Blog Post | 107 KY. L. J. ONLINE | January 18, 2018
State Tax Law and the New Economy: a KLJ Symposium Topic Covered by Adam Thimmesch
Small business owners, especially those who create intellectual property (hereinafter “IP”)—graphic designers for example—are increasingly bewildered by ever-changing state tax laws. Many are unsure whether they should charge sales tax on the digital products they create, the services they provide, or even where the line between the two should be drawn. It has become increasingly difficult to determine where services end and goods begin.
Most would agree that no one should be forced to charge a sales tax on their labor. A coffee shop may hire a cleaning crew to spruce up their space to make the atmosphere more appealing to customers, resulting in increased sales, and the crew would not be expected to charge a sales tax on their cleaning service. Yet, when a graphic designer spends 20 hours creating a logo for that same coffee shop, which he then sends to the owner via a digital medium, the situation is less clear. The result for the cleaning crew and the graphic designer may be similar: both make the coffee shop look better and more inviting, resulting in customers staying longer and spending more money. The situations are distinguished by the simple fact that the graphic designer’s labor resulted in a digital good—a logo that can be placed all over the coffee shop and any merchandise the coffee shop wants to sell, just as a retailer would. Many states with outdated tax codes have struggled to keep up with the digital age, making it easy for those who buy and sell using digital mediums to escape sales tax. Each state currently approaches this issue differently; as of now the Commonwealth of Kentucky does impose a sales tax on digital goods.
Adam Thimmesch, professor of law at the University of Nebraska College of Law, addressed some of these state tax issues at the 2018 Kentucky Law Journal Symposium. Mr. Thimmesch is an expert in state tax compliance issues and has been published in numerous law journals throughout the country. He introduced innovative ideas to the forefront of the intersection between digital goods and state tax laws, noting that many state tax laws are not current with the new knowledge-based economy that most of the industrialized world operates within. This allows a lot of IP creators who work with digital goods to slip through tax loopholes. However, not everyone sees the current lack of uniform regulation as a loophole. Mr. Thimmesch also noted that many freelancers and business owners have been concerned that if they are forced to charge sales tax on their digital IP, the government will obtain a windfall through double-taxation because their labels, logos, or artwork are placed on retail merchandise which is then taxed again when sold to customers and consumers by the actual retailer.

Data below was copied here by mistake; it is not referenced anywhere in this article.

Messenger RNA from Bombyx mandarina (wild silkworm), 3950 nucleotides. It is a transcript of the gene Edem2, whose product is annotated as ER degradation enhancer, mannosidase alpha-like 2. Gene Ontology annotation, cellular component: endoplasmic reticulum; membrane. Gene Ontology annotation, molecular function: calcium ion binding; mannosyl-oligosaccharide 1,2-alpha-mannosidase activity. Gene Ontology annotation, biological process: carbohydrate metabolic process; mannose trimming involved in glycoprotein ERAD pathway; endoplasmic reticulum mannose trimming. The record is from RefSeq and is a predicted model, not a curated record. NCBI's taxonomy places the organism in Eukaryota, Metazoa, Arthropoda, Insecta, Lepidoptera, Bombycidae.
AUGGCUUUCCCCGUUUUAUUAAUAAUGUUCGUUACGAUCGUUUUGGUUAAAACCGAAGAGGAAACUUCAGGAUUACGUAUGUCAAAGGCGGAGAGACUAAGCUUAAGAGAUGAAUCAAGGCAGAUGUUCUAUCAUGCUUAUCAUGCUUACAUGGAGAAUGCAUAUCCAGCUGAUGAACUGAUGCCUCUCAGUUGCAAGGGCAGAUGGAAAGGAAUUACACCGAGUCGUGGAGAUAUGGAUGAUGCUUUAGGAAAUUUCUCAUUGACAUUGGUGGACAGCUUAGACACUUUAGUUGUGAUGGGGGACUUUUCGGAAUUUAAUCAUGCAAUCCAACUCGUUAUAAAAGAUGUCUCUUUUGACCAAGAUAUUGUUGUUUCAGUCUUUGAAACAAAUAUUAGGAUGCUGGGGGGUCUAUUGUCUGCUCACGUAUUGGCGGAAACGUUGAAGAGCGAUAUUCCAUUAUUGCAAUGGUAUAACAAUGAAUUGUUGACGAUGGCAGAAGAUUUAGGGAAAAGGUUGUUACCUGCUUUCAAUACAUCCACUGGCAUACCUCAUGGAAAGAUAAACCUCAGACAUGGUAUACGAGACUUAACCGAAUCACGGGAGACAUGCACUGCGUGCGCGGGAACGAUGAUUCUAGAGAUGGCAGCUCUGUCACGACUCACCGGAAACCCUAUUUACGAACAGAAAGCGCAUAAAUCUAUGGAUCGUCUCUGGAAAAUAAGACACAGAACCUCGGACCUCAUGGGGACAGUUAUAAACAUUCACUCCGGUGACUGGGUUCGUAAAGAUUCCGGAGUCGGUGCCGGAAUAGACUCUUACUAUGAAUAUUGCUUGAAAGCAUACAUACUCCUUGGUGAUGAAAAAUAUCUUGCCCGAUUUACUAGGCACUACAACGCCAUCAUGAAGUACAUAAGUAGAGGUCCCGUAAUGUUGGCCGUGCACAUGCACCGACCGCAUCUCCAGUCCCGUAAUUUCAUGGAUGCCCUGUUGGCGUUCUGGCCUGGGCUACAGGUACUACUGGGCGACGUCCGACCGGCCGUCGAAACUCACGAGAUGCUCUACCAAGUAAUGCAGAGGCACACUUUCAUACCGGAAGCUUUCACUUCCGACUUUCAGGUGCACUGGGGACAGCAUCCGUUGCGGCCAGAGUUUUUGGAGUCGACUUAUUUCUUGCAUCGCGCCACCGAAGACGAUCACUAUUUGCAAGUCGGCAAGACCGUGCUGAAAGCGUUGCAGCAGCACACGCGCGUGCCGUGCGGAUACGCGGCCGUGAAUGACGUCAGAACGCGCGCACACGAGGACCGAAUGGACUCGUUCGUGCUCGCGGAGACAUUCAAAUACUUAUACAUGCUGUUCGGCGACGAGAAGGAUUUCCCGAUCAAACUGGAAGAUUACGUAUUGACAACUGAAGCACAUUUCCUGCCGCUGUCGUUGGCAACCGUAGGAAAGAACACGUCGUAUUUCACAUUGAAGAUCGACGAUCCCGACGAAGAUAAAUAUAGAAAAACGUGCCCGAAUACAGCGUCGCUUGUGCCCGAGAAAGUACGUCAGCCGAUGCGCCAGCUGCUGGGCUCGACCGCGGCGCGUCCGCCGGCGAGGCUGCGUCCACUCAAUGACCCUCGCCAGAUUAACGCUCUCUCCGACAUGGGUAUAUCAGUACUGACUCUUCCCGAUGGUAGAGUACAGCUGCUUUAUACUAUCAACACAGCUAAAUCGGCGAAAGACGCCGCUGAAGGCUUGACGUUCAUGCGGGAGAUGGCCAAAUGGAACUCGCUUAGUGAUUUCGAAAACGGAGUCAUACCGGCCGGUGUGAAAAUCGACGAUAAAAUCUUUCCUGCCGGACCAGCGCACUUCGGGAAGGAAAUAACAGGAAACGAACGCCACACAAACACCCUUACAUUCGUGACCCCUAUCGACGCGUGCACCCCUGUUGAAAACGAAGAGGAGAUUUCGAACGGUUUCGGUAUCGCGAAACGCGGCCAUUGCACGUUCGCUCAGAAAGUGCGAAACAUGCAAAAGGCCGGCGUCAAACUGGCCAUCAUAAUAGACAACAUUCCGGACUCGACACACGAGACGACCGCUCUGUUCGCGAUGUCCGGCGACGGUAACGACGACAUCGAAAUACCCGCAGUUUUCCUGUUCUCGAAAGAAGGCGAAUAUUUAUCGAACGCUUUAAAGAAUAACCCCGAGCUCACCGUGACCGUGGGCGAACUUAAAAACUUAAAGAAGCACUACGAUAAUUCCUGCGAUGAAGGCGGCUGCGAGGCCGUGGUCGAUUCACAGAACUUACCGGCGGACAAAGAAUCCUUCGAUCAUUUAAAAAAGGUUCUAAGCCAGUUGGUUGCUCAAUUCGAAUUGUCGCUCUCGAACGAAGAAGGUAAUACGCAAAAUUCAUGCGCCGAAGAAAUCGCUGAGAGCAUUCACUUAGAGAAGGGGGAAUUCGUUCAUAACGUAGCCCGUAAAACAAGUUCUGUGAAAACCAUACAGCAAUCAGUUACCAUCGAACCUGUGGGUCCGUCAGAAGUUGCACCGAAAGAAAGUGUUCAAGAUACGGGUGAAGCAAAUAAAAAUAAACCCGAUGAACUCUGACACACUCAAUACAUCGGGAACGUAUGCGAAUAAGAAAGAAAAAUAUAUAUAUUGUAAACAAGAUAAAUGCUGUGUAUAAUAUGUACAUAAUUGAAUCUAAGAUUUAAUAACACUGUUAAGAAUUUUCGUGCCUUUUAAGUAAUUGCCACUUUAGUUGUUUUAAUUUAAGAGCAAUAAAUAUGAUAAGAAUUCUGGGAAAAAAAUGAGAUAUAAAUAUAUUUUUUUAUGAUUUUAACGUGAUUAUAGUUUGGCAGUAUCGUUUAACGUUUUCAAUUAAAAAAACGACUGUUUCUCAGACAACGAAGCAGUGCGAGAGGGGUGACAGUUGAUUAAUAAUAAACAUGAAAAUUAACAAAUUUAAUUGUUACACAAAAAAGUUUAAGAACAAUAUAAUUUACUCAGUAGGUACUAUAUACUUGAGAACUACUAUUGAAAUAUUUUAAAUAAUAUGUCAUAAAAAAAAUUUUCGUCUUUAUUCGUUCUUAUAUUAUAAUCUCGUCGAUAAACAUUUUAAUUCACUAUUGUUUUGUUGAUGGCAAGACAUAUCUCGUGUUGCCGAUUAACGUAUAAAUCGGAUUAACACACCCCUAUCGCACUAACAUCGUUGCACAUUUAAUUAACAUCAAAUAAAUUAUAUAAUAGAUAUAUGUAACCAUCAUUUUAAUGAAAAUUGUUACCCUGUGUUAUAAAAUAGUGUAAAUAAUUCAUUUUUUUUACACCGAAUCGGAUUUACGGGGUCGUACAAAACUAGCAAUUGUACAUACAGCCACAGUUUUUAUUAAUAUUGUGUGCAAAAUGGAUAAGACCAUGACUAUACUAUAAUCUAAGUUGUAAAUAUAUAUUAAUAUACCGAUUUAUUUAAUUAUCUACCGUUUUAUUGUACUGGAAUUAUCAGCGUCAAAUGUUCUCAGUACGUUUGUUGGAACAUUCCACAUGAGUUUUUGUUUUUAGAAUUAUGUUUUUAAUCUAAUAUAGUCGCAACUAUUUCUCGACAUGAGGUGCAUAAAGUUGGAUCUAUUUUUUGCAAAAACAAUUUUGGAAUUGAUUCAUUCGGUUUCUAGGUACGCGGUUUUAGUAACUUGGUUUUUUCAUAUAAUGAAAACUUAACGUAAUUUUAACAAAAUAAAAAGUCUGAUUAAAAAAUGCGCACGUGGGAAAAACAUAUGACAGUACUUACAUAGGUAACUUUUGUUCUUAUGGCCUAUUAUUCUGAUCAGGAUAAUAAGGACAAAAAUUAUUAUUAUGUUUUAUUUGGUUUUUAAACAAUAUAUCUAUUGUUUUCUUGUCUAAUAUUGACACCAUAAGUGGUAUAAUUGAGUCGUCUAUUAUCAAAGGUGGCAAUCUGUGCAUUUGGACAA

Mr. Thimmesch expressed that because digital products are a major component of the 21st century economy, leaving these products completely untaxed would be a major oversight on behalf of state legislatures. After all, states often need to make up for shortcomings in revenue with sales tax, so it is smart for state legislatures to impose sales tax on digital products. However, it is still unknown what the consequences of such taxation will be on the new economy. One major argument is that it will stifle innovation—an argument that will always be present in debates about taxation.
Mr. Thimmesch had an opportunity to briefly discuss the pros and cons associated with imposing a sales tax on digital products at the symposium, but the Kentucky Law Journal will soon publish a new article by Mr. Thimmesch in which he will delve deeper into a more complex analysis of this issue. Whether states should impose such a tax or not has and will spark much debate. Yet, as the world economy evolves, it is an issue that cannot be ignored. Mr. Thimmesch’s article will indubitably help elucidate the intersection between the complex world of state tax law and the digital age.
 J.D. Candidate, 2019, University of Kentucky College of Law.
 Fiscal Brief: To Tax or Not to Tax the New Economy: Digital Goods and Sales Taxes in New York, CUNY Indep. Budget Off., https://ibo.nyc.ny.us/iboreports/to-tax-or-not-to-tax-digital-goods-and-sales-taxes-in-new-york.pdf.
 Sales & Use Tax, Ky. Dep’t Revenue, https://revenue.ky.gov/Business/Sales-Use-Tax/Pages/default.aspx (last visited Jan. 13, 2019).